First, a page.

At the beginning of 2013, when news broke of an FBI investigation into allegations that Sen. Robert Menendez, D-N.J., had patronized Dominican prostitutes and exchanged political favors for gifts from a donor, many observers thought the swirling perceptions of scandal had the potential to end Menendez's long political career.
Roughly four months later, the tables have turned: While the corruption investigation into Menendez and the donor remains open, the FBI has turned up no evidence to corroborate the prostitution claims. And now the FBI's inquiry is focused on who might have tried to smear Menendez by fabricating the whole story, four people briefed on the investigation told the Washington Post.
The boomerang investigation has put several notable figures with ties to Menendez under the microscope, including a pair of South Florida sugar magnates, Alfonso and Jose Fanjul, who were recently questioned by a pair of FBI agents about whether they or any of their associates were involved in a plot to demolish the New Jersey Democrat, according to the Post. The Fanjul brothers were reported to have been unhappy with Menendez's vote last June to end sugar subsidies that benefitted their bottom line.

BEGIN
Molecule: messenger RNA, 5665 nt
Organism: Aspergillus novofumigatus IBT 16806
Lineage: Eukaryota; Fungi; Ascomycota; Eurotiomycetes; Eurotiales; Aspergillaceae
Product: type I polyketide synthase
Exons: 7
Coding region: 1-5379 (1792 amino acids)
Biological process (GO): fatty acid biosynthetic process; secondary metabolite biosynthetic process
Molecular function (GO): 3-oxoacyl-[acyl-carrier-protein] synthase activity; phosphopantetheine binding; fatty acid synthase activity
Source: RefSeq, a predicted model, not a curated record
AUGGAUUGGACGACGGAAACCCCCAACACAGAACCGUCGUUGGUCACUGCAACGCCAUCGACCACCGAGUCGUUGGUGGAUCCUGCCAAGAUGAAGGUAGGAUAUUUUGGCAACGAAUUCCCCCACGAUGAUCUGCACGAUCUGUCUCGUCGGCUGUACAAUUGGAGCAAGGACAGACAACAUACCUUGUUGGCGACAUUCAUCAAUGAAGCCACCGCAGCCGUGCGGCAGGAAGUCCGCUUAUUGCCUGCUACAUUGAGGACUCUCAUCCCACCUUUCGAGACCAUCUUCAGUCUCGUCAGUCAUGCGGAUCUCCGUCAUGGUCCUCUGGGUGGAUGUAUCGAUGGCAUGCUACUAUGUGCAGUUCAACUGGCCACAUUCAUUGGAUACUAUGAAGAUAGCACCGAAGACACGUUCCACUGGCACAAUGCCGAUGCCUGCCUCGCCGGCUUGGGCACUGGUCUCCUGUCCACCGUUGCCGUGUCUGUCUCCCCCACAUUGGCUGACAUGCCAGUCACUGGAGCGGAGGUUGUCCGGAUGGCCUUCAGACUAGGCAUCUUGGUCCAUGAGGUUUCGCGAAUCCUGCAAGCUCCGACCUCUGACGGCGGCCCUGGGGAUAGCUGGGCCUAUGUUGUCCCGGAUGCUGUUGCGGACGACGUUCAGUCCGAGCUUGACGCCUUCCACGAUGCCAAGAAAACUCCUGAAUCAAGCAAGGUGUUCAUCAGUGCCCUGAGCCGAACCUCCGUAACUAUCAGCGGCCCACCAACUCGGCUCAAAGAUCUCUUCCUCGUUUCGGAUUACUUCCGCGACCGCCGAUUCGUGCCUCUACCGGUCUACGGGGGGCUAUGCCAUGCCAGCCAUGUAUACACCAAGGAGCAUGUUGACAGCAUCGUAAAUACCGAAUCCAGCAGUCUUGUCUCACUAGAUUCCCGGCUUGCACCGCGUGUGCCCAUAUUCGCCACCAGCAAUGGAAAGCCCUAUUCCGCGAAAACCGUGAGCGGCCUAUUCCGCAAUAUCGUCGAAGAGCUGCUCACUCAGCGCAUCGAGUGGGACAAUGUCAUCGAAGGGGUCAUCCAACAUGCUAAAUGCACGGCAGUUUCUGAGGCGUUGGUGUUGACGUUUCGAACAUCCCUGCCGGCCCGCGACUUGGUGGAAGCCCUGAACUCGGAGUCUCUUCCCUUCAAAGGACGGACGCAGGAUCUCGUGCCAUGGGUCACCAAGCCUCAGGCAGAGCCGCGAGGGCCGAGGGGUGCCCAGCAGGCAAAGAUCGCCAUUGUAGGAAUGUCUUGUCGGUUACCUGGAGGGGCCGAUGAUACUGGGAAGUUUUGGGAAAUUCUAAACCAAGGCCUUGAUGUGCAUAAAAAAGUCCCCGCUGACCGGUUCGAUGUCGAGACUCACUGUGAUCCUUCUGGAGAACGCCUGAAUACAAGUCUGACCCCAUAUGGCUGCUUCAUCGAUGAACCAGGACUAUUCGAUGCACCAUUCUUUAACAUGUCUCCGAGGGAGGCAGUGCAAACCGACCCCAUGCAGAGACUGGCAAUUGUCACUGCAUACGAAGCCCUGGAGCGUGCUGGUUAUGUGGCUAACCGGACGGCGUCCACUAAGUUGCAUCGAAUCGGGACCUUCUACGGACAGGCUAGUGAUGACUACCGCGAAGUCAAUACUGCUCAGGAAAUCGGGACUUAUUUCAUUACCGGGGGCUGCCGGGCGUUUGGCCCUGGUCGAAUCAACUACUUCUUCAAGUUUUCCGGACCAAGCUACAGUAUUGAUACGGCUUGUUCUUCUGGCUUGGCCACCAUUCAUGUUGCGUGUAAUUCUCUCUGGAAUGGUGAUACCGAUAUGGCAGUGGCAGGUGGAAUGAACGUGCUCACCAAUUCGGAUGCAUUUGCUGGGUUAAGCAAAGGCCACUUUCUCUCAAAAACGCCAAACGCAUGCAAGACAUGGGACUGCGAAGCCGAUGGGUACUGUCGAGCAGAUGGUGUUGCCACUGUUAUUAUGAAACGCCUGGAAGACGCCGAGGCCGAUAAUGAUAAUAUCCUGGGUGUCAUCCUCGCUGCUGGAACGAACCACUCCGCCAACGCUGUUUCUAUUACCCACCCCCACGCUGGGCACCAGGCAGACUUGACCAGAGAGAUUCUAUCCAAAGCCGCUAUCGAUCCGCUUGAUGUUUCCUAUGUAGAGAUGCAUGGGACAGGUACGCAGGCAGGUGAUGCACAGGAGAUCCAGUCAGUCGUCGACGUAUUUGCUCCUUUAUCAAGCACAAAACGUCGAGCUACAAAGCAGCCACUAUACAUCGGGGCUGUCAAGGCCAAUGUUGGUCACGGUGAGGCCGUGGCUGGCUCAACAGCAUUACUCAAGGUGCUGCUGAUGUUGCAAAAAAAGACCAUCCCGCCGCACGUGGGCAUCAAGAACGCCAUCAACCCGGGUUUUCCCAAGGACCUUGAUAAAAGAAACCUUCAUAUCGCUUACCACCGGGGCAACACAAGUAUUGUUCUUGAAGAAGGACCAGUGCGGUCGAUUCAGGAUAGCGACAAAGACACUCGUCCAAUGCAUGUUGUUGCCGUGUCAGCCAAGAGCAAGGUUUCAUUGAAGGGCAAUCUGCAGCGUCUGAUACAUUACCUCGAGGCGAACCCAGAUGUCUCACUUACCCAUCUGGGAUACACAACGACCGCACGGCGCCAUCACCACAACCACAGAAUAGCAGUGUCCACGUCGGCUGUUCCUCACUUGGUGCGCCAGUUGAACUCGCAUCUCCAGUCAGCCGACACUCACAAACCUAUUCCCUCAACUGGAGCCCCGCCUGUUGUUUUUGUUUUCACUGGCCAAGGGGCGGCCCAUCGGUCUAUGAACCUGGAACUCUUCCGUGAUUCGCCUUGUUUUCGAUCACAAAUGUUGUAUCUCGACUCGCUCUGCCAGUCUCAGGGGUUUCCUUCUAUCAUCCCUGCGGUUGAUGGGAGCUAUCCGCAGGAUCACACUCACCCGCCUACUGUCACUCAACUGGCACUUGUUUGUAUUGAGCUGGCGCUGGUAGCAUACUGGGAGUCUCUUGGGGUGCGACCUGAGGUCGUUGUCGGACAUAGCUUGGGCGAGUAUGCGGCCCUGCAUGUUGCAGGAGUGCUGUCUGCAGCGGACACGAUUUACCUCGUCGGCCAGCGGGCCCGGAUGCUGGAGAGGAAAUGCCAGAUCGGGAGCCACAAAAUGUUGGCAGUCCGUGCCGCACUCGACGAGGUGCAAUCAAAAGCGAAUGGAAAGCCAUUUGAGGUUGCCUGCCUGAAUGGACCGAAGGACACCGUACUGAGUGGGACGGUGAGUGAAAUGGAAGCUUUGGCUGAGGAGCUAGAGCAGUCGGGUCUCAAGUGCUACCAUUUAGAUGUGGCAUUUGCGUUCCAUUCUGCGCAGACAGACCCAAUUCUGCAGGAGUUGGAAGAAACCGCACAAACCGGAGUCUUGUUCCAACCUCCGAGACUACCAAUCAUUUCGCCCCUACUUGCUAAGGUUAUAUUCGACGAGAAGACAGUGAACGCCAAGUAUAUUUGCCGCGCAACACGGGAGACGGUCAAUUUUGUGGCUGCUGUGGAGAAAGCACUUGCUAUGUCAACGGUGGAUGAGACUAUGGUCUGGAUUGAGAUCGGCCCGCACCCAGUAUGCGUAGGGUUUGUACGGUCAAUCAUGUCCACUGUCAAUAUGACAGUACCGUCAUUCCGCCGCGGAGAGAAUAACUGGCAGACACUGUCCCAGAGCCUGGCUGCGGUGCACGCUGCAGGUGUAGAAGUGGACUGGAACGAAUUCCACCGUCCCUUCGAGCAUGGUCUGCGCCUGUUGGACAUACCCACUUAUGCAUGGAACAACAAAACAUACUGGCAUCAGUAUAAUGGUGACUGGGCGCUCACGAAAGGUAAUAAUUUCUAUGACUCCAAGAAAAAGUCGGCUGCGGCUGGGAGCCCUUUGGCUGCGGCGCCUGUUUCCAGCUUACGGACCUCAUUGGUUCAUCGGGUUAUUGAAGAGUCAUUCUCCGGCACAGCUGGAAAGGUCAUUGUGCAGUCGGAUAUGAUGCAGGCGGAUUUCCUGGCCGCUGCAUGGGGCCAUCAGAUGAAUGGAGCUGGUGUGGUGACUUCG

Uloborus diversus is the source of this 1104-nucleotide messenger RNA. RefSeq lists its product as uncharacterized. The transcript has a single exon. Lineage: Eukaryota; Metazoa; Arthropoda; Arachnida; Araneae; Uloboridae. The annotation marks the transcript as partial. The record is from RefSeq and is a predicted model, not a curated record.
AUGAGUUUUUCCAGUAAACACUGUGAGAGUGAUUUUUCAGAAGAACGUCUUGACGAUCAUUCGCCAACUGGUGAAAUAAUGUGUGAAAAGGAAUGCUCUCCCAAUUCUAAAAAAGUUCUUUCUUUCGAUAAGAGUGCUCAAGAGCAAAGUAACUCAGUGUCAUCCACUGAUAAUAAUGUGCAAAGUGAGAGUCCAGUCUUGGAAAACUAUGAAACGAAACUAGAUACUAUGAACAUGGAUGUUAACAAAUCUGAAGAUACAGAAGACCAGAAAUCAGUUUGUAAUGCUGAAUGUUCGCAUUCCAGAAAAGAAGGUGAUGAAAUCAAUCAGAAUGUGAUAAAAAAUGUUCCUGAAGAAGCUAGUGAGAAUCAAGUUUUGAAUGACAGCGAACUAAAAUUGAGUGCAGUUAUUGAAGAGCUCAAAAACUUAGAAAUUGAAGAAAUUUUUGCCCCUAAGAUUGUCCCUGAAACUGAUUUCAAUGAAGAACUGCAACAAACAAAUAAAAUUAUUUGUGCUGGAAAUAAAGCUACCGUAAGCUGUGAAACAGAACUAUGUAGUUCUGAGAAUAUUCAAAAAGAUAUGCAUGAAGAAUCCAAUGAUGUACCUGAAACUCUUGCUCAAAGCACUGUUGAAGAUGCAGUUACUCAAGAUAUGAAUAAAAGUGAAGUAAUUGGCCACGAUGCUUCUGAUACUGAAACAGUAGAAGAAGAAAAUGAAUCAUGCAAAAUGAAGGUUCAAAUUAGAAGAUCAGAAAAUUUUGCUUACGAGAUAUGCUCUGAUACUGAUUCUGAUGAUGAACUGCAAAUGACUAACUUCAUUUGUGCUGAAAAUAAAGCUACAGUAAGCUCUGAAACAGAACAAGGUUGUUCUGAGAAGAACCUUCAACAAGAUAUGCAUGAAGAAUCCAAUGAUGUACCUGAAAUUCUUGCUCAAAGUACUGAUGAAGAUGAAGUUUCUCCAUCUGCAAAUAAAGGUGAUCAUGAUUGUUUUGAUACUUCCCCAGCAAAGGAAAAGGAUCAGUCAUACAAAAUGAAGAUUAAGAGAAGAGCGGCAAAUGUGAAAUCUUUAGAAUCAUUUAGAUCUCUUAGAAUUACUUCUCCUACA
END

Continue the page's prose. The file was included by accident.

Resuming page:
Alfonso Fanjul, nicknamed "Alfy," personally called Menendez in February to reassure him that he was not the source of the anonymous claims. During the call, according to the Post, Fanjul "spoke in a rush," telling Menendez that he and his brother thought the claims were dreadful and that he had no part in them.
Menendez responded tersely: "Thanks, Alfy. We'll see."
Another possible lead has focused on Menendez's role in pressuring the government of the Dominican Republican to honor a contract with a port security company owned by the Menendez donor involved in the scandal, South Florida eye doctor Salomon Melgen.
Investigators have sought to interview a former CIA operative, Marty Martin, who worked for a rival company also bidding for the port security contract. The FBI, two people familiar with the matter told the Washington Post, tried to talk with Martin about the port deal and the possibility that the rivalry had spurred the anonymous allegations in an attempt to discredit Menendez and Melgen, but it is unclear whether investigators have been able to reach Martin.
Through the whole affair, Menendez has maintained his innocence, declaring that the prostitution allegations were unequivocally false and that, while he enjoyed and benefitted from Melgen's generosity as a friend, he did provide the doctor with any illegal political favors in return.
And now that investigators have broadened the inquiry to examine who provided the anonymous tips that kicked off the whole affair, Menendez has expressed his enthusiasm for getting to the bottom of the matter.
The senator's spokeswoman, Tricia Enright, told the Washington Post, "Whoever organized and carried out the false smear campaign against Senator Menendez appears to have broken the law, and as we have said from the beginning, we believe this matter should be fully investigated."